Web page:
Start with a pre-qualification and/or pre-approval.
Have a lender pull your credit and make sure you get a copy. If there are issues with your credit this is the time to fix it. Be accurate with your information and provide gross monthly income.
Shop your interest rate and fee structure.
You can have your credit pulled multiple times in a 2-week period and not adversely affect your credit. Your rate and fees will be reflected in your Annual Percentage Rate (APR). This is the “cost” of the loan and is a very important number.
Have your lender show you how they can use a “rebate” for a specific interest rate chosen to pay for your closing costs.
There are thousands of dollars available to you for a slightly higher interest rate. If you start with the lowest interest rate in the market you will have more leverage for this rebate. Oftentimes, you can have all your closing costs taken care of for the same rate banks will charge you.
Shop your homeowner’s insurance.
Now is the time to consolidate what you are covering and make sure you get the best insurance rate for your new home purchase.
Interview multiple real estate agents.
Once you have set the groundwork and have been pre-qualified it is important to interview multiple real estate professionals. Work with a real estate agent you are comfortable with. They are working for you and have access to a plethora of information. Use their experience to help you locate and negotiate the best deal for you.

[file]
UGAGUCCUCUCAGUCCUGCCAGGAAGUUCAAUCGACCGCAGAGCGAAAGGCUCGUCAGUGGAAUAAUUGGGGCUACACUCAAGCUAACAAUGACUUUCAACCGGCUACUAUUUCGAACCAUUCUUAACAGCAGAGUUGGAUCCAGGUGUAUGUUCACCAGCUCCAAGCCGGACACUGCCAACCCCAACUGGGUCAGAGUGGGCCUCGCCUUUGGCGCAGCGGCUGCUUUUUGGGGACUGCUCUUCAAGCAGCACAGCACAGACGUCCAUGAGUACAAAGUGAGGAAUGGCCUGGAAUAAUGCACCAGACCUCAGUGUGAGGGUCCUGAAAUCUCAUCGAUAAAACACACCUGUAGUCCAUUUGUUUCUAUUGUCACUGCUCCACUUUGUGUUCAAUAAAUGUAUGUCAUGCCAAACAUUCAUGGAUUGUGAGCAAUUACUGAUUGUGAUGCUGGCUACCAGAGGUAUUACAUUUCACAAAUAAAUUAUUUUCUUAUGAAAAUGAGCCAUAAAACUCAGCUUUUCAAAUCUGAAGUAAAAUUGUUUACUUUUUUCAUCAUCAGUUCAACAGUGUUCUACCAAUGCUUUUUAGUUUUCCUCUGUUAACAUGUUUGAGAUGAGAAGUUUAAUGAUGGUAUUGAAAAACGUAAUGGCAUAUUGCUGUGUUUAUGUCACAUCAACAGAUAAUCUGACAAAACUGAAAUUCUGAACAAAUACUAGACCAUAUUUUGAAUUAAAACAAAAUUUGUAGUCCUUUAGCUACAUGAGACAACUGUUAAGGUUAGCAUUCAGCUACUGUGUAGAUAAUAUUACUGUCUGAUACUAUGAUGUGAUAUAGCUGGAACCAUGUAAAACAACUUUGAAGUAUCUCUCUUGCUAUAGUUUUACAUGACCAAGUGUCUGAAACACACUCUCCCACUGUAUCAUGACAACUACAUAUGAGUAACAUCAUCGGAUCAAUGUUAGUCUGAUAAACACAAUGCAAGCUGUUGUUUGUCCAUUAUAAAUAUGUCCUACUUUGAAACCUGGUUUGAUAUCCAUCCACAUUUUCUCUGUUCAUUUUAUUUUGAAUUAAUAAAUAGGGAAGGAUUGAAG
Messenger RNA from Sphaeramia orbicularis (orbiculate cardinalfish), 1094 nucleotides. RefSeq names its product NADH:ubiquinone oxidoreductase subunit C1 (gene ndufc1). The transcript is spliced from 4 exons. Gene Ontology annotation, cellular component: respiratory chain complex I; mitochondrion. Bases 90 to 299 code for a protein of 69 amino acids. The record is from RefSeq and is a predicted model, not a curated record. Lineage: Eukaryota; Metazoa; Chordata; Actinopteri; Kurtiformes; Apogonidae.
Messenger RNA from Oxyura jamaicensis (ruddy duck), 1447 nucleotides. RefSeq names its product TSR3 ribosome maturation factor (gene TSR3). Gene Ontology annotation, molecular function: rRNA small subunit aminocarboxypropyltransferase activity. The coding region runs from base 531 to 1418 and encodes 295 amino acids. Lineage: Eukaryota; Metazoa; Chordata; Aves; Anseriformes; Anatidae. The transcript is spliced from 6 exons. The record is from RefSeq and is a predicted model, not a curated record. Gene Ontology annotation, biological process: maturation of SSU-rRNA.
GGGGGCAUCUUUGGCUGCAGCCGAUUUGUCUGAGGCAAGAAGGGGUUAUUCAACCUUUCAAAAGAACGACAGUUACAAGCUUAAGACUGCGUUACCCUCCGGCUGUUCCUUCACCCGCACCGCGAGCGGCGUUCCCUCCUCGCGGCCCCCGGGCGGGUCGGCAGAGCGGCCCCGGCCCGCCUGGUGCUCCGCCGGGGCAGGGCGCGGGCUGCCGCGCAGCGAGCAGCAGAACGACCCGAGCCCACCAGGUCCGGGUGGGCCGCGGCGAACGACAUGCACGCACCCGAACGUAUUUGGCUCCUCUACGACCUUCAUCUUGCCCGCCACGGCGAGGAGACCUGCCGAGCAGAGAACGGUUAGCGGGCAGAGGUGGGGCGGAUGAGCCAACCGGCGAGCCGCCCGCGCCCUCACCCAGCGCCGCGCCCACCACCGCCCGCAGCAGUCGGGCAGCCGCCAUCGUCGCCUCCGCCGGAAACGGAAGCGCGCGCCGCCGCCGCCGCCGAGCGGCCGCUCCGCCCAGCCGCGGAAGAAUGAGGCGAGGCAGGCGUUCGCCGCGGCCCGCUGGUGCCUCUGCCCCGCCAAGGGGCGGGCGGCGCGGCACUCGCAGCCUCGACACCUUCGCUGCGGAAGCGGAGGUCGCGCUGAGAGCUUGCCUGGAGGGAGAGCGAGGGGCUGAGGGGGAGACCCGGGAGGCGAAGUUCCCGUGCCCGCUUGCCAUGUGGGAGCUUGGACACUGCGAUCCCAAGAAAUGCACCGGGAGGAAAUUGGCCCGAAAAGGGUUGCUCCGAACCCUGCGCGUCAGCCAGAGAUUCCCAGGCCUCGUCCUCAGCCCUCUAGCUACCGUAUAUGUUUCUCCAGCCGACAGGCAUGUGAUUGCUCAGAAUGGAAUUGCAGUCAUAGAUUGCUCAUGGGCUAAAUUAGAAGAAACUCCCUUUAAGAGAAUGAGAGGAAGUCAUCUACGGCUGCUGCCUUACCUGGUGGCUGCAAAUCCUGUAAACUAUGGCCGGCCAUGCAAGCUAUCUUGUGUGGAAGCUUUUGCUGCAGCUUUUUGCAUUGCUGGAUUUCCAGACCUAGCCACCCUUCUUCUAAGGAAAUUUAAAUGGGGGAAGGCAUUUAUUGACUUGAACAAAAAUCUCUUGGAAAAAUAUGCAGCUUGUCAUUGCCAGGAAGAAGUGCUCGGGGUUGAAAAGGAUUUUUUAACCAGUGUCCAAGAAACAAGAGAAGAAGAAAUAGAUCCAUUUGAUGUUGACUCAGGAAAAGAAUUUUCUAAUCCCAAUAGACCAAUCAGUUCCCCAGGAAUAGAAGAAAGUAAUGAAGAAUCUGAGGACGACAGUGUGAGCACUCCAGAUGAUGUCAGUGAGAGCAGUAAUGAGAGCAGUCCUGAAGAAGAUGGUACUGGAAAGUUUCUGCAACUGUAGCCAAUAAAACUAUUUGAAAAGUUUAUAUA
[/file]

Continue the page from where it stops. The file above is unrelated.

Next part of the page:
Be patient and willing to “walk away” if you feel you are paying too much. A bidding war might spur you to overspend, but paying an inflated price can make it tough to resell when prices stabilize or sink.
Buying a home can be a stressful process but it does not have to be. You may not find the “perfect” home but you will find one pretty close to it. Enjoy the process and do not become so attached to a home that you make a bad decision in your offer. Make a list of what you are looking for but do not be rigid about finding them all.
Ask your agent about a good home inspector.
The home inspector is paid by you to give you a good idea of what you are buying. They will diagnose the house and give you a complete report. Remember, the appraiser (different than inspector) is for the lender to verify if the house is not overpriced.
Visit the property at different times during the day.
Swing by in the evening to observe lighting, neighborhood activity and stop by at rush hour to see how traffic affects the property.
Many things can happen during the buying process and many things can “derail” your purchase. Get through any complications with patience and perseverance. More often than not, human emotion will prevent a transaction from closing. If all parties are on the same page and work together the deal will get done.